A Letter from the Editor

We are absolutely thrilled to revitalize a tradition of Indian Springs. To those of you who are familiar with Indian Springs School, you would know how on rainy Alabama days, Springs can sometimes become a swampland. Thus came the main inspiration for our magazine: The Mire. A mire is defined as a stretch of swampy or boggy ground but it’s also more than that. A mire is also a situation or state of difficulty, distress, or embarrassment from which it is hard to extricate oneself.

Our goal for this magazine is to publish thought-provoking literature for a young adult audience– teens who find themselves in situations of difficulty, distress, and embarrassing moments frequently (I,myself, am the queen of embarrassing situations). For this founding issue, we only have work from Indian Springs students but we hope to expand in the future. We couldn’t think of a better way to open than with Sarah Jane Hay’s essay, A Collection of Firsts which explores both typical and atypical coming-of-age moments against larger environmental changes and the narrator’s desire to change herself. This issue continues to explore the mires of teenagedom with poetry and prose by Kendall Owens, who in her work dives into the sharp moments of realization, presents ordinary images than become extraordinary that needle your imagination as you process her words. We’re also going to publish college essays. This isn’t done. And we thought that a young adult magazine this was necessary and important for our transition from high school to next steps. College essays force you to truly think about how and why you are the person you are (a mire if we do say so ourselves). We’re delighted to publish some including one by Charlie Zhang about his connection to learning and his family from Alabama to China. We have work that captures our friends in surprising portraits– Hyo In Park’s Portrait of Ian— and also an essay that surprises us in structure by delivering an intriguing essay in the shape of a test– Emma Wang’s All of the Above. From Maya Shimamura , a short story about sound and how that represents the connections and changes we embark on during our lives. We admire these pieces as they have moved us, transformed us. We hope they do the same for you.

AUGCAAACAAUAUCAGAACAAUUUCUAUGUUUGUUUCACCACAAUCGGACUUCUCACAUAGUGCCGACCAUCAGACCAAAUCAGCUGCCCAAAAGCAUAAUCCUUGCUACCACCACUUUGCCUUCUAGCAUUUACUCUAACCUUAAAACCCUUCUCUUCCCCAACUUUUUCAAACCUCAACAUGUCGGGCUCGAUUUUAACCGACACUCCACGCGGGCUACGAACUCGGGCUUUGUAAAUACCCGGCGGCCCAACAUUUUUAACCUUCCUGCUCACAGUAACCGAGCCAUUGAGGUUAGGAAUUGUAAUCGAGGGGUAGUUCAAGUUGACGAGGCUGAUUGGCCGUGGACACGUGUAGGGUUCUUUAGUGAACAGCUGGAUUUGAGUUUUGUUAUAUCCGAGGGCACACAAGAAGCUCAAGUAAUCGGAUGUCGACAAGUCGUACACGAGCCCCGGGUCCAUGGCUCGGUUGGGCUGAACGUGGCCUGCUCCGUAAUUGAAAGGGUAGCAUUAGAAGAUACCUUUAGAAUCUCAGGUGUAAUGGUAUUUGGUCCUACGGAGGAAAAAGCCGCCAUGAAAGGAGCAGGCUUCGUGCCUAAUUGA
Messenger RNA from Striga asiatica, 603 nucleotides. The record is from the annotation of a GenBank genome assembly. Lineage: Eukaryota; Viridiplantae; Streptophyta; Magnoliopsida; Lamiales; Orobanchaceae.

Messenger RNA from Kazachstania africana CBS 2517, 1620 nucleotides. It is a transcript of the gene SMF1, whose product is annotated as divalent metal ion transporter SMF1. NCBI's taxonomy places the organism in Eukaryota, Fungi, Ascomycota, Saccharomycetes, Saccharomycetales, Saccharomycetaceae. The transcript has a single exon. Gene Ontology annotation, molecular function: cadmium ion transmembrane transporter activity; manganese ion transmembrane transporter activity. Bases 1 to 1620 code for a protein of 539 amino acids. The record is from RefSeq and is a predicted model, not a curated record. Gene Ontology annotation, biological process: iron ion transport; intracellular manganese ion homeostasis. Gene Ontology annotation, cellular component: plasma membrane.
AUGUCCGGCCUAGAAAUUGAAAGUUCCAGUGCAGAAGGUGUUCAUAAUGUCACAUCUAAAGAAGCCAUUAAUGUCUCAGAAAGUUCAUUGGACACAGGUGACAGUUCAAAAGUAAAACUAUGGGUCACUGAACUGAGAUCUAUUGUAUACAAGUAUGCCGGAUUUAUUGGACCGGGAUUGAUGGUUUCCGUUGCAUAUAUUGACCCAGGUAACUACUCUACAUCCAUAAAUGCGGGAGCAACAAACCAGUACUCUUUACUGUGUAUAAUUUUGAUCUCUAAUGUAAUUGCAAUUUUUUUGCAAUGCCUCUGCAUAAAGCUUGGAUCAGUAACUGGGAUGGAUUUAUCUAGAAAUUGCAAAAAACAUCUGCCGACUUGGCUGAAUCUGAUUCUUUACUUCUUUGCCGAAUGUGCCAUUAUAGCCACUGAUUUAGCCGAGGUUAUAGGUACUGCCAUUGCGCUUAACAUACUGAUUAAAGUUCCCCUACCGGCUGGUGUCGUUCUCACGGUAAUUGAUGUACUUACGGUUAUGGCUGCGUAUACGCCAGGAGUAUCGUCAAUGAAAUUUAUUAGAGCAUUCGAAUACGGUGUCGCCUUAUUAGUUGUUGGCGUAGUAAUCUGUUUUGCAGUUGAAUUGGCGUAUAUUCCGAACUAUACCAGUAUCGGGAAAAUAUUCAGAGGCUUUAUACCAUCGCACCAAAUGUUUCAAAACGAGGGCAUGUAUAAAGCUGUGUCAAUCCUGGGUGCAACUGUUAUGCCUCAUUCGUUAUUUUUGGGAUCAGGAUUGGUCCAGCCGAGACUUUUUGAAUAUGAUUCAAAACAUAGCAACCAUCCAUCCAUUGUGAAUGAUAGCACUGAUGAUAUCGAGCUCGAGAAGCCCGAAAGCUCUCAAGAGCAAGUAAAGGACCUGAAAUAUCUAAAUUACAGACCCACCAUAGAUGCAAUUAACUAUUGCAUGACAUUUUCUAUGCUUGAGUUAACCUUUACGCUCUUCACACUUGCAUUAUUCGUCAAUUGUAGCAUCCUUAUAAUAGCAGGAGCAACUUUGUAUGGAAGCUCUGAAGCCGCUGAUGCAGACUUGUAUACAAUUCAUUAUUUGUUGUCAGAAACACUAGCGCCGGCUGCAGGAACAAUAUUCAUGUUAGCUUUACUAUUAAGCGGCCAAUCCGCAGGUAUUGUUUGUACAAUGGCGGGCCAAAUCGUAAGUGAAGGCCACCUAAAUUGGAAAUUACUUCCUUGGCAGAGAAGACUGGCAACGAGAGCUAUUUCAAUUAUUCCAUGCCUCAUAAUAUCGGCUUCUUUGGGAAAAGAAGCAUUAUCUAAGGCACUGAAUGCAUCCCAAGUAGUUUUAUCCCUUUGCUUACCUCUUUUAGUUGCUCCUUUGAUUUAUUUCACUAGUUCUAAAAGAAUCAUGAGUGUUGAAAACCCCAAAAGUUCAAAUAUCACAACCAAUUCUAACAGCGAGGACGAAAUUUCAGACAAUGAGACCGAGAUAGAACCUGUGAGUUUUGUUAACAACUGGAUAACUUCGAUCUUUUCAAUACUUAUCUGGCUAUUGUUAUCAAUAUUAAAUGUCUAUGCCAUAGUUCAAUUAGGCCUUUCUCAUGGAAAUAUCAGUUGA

Swampily yours,

Emma Storm

Editor-in-Chief

The Mire